Under the Scope Feature
White Pine Needle Discoloration
"What is wrong with the white pines?"
This question has been asked frequently in recent years. Unfortunately, there is no simple answer.
Increasing competition for resources, site, environmental issues & disease are all factors that may contribute to decline.
While it might be common, even normal, for a white pine tree to hold only one season’s needles through the winter, if shoot growth is also stunted, the overall foliage may appear unusually thin. Poor shoot growth may be an indication that the tree is losing vigor.
Contributing factors may include increasing competition for resources, site, or environmental issues — drought, excessive rainfall, flooding, exposure to chemicals such as chlorinated water, lawn herbicides, excessive fertilization, or de-icing salt used on roads or from hurricanes. In some areas, injury observed during the 2012-2013 winter may be due to salt spray carried inland by from Hurricane Sandy.
Keep in mind that white pines are also highly susceptible to some air pollutants, and when needle tip browning is very uniform, it may be much more likely to be due to an abiotic factor than pest problem. Damage due to exposure to high levels sulfur dioxide or ozone from point sources may vary from year to year depending on weather conditions or even prevailing wind direction at the time of release. This type of damage may be very difficult to distinguish unless other highly susceptible plants in the same area develop characteristic symptoms.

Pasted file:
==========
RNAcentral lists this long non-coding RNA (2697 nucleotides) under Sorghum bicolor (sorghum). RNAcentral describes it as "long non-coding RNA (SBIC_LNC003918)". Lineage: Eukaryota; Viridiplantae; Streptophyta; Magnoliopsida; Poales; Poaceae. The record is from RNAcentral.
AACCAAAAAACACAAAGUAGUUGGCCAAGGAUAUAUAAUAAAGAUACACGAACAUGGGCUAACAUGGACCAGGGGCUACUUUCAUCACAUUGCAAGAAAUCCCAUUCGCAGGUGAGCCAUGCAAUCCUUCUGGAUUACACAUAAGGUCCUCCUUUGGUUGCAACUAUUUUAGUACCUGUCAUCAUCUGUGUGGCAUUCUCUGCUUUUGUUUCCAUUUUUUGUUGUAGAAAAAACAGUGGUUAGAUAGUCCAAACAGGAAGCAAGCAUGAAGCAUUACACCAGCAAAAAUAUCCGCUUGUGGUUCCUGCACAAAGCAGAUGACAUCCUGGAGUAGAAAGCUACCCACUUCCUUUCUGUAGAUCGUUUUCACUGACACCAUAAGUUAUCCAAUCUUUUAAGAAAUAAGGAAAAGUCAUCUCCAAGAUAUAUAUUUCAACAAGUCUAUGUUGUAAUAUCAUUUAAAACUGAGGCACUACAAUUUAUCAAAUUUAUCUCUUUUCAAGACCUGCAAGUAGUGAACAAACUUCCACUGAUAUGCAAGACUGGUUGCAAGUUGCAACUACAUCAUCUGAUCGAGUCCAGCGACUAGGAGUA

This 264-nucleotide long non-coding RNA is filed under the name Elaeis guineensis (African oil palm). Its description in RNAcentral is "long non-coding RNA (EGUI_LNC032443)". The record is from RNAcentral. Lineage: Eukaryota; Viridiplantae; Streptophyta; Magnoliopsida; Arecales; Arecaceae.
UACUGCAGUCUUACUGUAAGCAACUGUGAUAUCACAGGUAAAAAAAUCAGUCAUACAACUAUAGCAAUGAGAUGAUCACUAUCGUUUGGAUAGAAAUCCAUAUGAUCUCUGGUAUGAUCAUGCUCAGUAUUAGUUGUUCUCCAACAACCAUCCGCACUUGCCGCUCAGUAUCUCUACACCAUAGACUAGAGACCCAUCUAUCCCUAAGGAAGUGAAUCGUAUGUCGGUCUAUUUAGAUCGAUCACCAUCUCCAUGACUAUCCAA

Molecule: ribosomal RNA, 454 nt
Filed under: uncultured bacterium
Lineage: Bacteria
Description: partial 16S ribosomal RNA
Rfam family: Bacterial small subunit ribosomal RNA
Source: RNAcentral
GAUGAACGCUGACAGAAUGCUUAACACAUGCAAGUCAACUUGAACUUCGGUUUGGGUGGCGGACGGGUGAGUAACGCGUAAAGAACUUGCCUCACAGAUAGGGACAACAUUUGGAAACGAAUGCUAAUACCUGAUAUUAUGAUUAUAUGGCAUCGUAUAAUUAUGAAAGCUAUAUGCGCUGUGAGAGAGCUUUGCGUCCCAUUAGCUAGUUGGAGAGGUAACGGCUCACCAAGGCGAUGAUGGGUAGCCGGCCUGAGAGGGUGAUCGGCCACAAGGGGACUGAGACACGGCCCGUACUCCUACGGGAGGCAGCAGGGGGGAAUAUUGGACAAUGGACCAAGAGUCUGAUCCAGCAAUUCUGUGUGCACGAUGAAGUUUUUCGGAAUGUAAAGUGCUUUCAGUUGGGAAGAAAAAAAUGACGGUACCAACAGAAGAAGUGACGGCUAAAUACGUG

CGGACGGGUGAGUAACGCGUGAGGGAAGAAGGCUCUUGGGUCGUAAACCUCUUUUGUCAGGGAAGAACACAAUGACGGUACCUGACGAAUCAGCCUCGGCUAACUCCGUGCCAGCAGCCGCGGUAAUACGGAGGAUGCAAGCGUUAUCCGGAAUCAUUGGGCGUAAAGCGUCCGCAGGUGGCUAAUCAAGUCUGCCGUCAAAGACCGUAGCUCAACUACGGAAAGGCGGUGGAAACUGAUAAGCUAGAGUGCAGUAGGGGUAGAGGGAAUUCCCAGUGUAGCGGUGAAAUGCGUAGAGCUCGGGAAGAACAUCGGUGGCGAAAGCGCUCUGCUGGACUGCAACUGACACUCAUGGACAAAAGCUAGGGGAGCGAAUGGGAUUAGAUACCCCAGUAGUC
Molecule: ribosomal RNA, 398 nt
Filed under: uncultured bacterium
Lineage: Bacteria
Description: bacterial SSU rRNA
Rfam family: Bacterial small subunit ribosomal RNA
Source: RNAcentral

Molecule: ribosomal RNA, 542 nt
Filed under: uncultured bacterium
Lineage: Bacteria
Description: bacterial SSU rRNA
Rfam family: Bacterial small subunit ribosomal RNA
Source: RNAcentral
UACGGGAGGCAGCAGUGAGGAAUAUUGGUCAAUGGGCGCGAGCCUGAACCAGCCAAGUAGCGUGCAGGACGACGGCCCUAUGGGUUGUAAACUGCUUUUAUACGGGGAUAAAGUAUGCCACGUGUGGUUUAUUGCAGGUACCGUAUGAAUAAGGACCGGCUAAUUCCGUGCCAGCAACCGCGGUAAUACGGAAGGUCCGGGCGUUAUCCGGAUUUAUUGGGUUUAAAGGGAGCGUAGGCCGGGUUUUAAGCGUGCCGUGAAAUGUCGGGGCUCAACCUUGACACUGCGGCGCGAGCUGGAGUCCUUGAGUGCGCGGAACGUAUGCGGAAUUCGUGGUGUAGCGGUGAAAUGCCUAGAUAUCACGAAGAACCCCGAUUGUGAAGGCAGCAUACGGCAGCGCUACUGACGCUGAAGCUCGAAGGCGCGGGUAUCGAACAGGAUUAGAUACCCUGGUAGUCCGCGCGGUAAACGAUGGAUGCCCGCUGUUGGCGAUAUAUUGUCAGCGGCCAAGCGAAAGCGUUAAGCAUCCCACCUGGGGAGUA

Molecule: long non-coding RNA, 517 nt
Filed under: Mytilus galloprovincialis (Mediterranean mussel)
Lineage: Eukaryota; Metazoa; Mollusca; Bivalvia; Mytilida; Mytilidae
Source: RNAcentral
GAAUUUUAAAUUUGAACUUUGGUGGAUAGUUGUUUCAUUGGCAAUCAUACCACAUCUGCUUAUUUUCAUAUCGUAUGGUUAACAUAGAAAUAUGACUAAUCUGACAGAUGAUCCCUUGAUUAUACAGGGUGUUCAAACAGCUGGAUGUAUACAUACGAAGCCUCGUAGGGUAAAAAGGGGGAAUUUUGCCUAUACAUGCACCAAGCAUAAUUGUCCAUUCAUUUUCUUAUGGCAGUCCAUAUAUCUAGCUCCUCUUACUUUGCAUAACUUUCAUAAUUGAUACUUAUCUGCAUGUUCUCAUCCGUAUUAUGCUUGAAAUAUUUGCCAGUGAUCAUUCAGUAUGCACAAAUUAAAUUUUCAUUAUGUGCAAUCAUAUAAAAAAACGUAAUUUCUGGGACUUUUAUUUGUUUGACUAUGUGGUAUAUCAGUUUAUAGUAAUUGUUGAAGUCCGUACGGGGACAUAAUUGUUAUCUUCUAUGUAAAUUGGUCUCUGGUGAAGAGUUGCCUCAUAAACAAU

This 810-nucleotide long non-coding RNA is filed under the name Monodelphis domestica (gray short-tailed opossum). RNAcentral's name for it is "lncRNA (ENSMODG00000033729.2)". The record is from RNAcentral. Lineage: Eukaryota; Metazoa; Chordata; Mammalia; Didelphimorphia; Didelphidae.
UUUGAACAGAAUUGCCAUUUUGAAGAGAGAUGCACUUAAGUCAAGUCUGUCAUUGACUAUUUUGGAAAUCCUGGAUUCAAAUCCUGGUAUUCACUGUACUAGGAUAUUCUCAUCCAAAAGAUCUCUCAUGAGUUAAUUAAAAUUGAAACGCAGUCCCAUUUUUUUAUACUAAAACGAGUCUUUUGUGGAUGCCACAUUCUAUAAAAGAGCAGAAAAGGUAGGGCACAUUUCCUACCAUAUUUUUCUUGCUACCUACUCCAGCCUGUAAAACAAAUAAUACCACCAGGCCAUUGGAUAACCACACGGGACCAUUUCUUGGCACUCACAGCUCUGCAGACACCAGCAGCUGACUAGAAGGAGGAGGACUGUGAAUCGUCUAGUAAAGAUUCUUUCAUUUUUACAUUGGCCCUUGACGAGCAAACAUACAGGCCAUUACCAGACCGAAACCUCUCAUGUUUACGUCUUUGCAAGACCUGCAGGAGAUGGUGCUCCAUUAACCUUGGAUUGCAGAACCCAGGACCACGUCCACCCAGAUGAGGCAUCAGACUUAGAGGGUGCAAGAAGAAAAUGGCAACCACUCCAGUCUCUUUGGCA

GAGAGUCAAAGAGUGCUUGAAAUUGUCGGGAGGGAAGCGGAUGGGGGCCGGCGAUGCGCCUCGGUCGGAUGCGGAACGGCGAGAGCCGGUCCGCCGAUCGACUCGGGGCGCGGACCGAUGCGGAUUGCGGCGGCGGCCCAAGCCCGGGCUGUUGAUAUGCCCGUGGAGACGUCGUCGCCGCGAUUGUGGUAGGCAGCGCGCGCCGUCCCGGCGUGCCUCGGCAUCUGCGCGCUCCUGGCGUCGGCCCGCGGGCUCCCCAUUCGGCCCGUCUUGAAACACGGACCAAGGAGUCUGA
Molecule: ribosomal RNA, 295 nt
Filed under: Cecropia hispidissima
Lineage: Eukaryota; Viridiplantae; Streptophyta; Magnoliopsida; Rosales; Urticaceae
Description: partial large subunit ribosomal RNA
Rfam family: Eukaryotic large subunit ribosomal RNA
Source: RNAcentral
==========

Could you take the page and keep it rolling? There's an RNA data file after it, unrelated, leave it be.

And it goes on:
Disease issues occur as well. In the late 1990’s, Canavirgella Needlecast was diagnosed in Connecticut. This disease can be a bit difficult to diagnose as the fruiting bodies may be present for only a short period of time and do not stand out well on the needle surface. To diagnosis Canavirgella, we prefer samples of small branches from suspect trees beginning in late August through September. It is important that the branch tissue still holds some of the previous season’s needles as the fruiting bodies will develop on those needles.
A second disease that appears to have become more prevalent on white pine is Brown Spot Needle Blight. Known for many years as a potentially severe pathogen on many 2- and 3-needle pines, over the past few years, we started receiving samples of infected white pines as well.
Don’t forget to look for other issues! White Pine can have additional needle diseases, stem cankers or root diseases, and numerous arthropod pests such as mites, scale, adelgids and aphids. And in some areas of the Northeastern U.S., pine wilt (or pine wood) nematodes may invade and slowly kill white pine as well as other pine species.